The ISIS-K suicide bomber who carried out an attack at Kabul airport in late August killing dozens of local citizens (and 13 U.S. service members) was among the thousands of prisoners released by the Taliban from Parwan Prison at Bagram Air Base just 11 days before the bombing.
Administration: In the pre-August 15 government, authorities conducted some investigations of credible allegations of mistreatment. The law provides prisoners with the right to leave prison for up to 20 days for family visits. Most prisons did not implement this provision, and the law is unclear in its application to different classes of prisoners.
Independent Monitoring: The Afghan Independent Human Rights Commission (AIHRC), UNAMA, and the International Committee of the Red Cross monitored pre-August 15 government ministries, including the Ministry of Interior, Ministry of Justice, Ministry of Defense, and NDS detention facilities. The NATO Resolute Support Mission monitored the NDS, the ANP, and Defense Ministry facilities until the start of the drawdown of NATO forces early in the year. Security constraints and obstruction by authorities occasionally prevented visits to some places of detention. UNAMA and the AIHRC reported difficulty accessing NDS places of detention when they arrived unannounced. The AIHRC reported NDS officials usually required the AIHRC to submit a formal letter requesting access at least one to two days in advance of a visit. NDS officials continued to prohibit AIHRC and UNAMA monitors from bringing cameras, mobile phones, recording devices, or computers into NDS facilities, thereby preventing AIHRC monitors from documenting physical evidence of abuse, such as bruises, scars, and other injuries.
After the Taliban takeover, the UN Security Council unanimously agreed on September 17 to renew the UNAMA mandate for another six months in an effort to continue its in-country activities, including strengthening capacity in the protection and promotion of human rights such as the protection of children affected by armed conflict and prevention of child soldier recruitment.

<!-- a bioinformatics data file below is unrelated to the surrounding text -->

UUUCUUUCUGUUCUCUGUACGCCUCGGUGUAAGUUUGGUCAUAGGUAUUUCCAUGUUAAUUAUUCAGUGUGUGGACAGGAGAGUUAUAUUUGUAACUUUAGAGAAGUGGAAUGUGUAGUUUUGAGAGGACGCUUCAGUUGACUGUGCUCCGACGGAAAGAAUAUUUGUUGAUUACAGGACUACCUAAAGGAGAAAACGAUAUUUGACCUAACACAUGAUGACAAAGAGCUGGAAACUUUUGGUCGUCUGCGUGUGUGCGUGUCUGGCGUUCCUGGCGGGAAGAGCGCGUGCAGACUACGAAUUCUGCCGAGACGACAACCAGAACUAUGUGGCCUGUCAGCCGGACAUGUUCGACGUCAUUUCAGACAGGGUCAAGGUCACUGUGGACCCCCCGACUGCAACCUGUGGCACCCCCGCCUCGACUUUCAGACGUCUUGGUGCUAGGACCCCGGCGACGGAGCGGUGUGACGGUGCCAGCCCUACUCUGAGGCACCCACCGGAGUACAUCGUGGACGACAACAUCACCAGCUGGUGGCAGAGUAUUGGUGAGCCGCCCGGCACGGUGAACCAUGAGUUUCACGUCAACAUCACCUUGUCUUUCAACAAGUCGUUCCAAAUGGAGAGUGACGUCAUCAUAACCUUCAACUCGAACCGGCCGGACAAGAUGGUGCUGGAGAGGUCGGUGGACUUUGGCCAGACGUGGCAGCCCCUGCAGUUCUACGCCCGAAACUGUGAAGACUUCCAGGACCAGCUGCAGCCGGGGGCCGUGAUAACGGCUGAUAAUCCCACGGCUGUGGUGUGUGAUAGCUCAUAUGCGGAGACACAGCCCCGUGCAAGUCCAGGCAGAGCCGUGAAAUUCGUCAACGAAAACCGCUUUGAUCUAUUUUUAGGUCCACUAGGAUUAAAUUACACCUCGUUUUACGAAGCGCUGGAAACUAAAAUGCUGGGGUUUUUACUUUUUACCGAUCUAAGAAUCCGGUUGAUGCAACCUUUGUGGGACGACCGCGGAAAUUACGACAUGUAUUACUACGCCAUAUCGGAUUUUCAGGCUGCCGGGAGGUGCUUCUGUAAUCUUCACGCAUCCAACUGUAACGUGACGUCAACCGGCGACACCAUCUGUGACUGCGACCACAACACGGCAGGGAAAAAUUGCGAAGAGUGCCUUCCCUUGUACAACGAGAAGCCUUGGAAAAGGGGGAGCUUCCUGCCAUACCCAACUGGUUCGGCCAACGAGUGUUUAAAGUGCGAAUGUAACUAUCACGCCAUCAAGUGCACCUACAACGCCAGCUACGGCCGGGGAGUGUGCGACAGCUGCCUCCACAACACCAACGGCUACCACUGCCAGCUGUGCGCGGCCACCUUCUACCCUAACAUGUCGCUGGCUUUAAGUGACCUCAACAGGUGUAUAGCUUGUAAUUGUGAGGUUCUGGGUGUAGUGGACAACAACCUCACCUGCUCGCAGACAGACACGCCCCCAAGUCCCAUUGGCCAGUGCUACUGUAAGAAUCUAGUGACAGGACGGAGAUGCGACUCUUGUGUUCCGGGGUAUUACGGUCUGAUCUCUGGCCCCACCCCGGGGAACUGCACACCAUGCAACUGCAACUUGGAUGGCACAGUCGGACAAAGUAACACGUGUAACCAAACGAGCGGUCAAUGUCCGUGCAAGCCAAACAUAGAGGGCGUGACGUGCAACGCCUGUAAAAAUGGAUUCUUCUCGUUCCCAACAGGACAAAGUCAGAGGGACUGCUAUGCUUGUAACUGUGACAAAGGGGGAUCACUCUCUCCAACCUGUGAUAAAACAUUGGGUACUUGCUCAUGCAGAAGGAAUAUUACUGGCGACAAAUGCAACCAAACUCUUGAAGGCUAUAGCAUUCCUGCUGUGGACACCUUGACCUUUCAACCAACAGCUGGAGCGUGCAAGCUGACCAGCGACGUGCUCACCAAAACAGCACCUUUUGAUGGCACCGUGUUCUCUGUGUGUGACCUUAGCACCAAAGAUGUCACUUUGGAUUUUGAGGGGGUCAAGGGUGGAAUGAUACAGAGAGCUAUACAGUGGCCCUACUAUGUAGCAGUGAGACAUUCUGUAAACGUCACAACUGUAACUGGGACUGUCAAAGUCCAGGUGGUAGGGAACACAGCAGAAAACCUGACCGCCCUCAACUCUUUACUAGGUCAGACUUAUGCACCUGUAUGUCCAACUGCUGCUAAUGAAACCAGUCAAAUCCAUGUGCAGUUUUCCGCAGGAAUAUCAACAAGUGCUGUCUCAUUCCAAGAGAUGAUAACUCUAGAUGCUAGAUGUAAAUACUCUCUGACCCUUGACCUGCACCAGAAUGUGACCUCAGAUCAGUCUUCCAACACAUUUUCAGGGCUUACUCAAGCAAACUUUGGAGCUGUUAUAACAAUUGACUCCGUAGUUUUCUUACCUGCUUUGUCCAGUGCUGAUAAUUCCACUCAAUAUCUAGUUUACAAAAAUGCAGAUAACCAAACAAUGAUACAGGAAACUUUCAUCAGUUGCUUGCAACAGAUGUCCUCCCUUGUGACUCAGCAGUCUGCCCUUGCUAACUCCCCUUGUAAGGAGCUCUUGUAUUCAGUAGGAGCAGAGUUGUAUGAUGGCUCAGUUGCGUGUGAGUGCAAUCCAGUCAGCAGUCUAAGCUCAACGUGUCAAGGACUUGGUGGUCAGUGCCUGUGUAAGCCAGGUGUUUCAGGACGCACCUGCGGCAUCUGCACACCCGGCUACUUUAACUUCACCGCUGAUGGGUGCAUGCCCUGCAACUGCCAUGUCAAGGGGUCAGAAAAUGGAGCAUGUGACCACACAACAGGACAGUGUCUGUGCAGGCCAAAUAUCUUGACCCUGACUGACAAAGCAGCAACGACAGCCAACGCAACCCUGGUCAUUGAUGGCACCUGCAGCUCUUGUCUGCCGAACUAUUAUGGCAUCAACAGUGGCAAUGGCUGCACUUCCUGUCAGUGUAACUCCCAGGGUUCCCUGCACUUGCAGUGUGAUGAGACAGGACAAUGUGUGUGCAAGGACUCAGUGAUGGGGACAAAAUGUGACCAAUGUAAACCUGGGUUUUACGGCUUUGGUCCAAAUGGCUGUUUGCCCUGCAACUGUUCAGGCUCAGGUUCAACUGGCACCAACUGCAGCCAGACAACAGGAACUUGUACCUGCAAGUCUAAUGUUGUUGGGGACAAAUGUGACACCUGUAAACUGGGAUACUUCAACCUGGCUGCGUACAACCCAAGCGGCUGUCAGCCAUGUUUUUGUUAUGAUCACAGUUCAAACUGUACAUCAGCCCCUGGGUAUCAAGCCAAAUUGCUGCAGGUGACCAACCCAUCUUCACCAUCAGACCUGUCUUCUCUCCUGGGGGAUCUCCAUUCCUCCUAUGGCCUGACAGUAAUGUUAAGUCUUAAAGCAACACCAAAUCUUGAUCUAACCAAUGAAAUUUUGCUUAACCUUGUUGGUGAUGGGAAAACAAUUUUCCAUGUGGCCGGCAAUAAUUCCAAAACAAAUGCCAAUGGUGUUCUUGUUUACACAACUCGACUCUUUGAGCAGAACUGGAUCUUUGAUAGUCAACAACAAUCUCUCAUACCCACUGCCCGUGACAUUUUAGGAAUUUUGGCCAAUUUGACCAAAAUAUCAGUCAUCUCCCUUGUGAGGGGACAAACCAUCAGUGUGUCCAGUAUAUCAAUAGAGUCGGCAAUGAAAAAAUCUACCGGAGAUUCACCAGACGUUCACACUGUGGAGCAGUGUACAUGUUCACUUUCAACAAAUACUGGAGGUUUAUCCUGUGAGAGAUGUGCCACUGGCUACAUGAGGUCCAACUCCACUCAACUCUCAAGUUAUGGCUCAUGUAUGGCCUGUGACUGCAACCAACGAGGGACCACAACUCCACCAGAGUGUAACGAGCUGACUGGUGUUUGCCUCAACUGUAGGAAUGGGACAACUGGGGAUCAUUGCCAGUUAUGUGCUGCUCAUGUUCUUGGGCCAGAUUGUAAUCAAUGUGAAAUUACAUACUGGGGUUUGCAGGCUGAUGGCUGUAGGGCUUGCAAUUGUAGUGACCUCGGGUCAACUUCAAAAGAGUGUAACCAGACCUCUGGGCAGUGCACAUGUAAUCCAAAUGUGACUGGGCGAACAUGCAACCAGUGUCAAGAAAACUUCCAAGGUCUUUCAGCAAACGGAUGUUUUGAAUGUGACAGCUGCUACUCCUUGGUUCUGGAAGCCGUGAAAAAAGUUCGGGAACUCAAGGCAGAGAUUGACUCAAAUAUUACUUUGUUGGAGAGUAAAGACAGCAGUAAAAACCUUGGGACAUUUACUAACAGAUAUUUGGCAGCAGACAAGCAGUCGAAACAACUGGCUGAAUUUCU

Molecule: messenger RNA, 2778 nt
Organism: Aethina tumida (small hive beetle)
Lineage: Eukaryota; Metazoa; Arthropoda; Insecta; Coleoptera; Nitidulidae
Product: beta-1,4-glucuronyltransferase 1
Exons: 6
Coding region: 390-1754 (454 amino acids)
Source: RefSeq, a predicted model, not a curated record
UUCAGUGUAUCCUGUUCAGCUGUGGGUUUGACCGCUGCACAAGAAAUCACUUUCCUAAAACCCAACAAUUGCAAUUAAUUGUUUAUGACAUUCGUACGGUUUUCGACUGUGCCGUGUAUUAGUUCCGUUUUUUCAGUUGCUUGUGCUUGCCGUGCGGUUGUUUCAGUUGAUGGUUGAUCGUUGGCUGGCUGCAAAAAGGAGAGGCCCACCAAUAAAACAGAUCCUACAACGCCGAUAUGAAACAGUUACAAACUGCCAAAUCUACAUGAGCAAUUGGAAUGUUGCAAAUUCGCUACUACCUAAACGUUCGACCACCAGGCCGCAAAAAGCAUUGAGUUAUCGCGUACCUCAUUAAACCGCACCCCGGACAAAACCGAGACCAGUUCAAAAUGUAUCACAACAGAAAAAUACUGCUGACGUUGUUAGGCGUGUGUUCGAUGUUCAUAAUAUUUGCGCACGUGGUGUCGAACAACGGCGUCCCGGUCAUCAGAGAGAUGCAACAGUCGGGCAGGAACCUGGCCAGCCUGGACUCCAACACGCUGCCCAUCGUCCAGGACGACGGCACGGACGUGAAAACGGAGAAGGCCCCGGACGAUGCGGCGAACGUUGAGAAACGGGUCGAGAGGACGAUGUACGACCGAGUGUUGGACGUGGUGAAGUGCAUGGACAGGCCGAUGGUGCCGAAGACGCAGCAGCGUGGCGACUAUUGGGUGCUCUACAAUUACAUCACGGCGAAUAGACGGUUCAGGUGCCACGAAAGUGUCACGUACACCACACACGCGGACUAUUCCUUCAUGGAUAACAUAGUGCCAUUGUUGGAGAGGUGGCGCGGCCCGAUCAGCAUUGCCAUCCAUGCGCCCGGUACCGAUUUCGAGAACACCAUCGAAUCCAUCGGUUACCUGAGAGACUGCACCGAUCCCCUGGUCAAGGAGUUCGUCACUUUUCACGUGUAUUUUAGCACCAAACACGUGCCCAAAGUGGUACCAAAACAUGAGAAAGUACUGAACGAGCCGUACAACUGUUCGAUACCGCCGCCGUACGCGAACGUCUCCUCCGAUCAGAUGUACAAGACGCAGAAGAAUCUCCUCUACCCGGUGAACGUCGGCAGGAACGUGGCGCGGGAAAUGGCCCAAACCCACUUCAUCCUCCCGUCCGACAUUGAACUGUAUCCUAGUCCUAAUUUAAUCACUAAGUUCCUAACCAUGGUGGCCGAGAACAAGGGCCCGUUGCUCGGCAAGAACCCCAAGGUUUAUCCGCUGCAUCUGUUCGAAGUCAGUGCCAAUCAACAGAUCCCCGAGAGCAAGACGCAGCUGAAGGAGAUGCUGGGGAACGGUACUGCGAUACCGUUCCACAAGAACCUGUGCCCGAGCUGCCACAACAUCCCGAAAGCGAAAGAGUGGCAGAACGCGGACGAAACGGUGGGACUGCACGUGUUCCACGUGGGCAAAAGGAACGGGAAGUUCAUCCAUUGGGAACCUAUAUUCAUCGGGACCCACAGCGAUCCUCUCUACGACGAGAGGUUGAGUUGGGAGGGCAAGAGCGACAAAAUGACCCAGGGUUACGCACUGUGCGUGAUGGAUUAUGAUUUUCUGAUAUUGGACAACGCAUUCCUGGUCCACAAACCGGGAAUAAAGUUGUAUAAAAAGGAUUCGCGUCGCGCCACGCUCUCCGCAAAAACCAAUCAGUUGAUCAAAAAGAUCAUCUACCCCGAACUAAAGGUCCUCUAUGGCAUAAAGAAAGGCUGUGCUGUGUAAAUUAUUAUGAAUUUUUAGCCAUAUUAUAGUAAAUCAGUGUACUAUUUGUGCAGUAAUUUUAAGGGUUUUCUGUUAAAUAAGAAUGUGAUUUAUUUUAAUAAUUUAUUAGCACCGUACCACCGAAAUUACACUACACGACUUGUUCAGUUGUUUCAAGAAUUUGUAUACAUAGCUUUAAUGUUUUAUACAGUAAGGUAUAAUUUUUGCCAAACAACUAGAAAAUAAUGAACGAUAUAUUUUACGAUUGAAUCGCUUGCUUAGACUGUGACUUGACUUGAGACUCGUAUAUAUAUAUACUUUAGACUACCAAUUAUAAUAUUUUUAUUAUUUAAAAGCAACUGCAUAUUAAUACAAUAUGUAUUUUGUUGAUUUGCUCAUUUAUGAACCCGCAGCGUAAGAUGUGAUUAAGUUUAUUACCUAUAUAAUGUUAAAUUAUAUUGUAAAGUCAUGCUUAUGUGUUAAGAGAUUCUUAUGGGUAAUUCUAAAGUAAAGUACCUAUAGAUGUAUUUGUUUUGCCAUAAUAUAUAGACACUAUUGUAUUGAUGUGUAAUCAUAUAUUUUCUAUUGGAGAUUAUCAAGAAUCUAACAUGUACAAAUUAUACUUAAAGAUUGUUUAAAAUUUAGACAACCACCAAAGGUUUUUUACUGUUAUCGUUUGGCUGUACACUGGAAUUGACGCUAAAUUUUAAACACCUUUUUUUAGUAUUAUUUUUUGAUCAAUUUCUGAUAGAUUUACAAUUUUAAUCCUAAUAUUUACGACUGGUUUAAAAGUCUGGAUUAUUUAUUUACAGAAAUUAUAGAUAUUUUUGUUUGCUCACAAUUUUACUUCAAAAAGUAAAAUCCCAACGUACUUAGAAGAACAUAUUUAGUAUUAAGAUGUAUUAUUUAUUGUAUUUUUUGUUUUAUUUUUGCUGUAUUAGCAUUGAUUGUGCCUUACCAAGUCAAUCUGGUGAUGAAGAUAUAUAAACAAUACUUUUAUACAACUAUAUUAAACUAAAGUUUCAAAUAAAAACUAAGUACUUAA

On September 18, the AIHRC stated their facilities and assets had been commandeered by Taliban forces, thereby rendering the commission unable to fulfill its duties to protect and monitor human rights in the country’s prisons.
g. Conflict-related Abuses
Internal conflict that continued until August 15 resulted in civilian deaths, abductions, prisoner abuse, property damage, displacement of residents, and other abuses. The security situation deteriorated largely due to successful insurgent attacks by the Taliban and terrorist attacks by ISIS-K. ISIS-K terrorist attacks continued to destabilize the country after August 15, and Taliban efforts to defeat the terrorist group resulted in numerous violent clashes. According to UNAMA, actions by nonstate armed groups, primarily the Taliban and ISIS-K, accounted for most civilian deaths although civilian deaths decreased dramatically following the Taliban’s territorial takeover in August.
Killings: UNAMA counted 1,659 civilian deaths due to conflict from January 1 to June 30, and 350 from August 15 to December 31. Pro-Islamic Republic forces were responsible for 25 percent of pre-August 15 civilian casualties: 23 percent by the ANDSF, and 2 percent by progovernment armed groups such as militias. Antigovernment elements were responsible for 64 percent of the total pre-August 15 civilian casualties: 39 percent by the Taliban, 9 percent by ISIS-K, and 16 percent by undetermined antigovernment elements. UNAMA attributed 11 percent of pre-August 15 civilian casualties to “cross fire” during ground engagements where the exact party responsible could not be determined and other incident types, including unattributable unexploded ordnance and explosive remnants of war.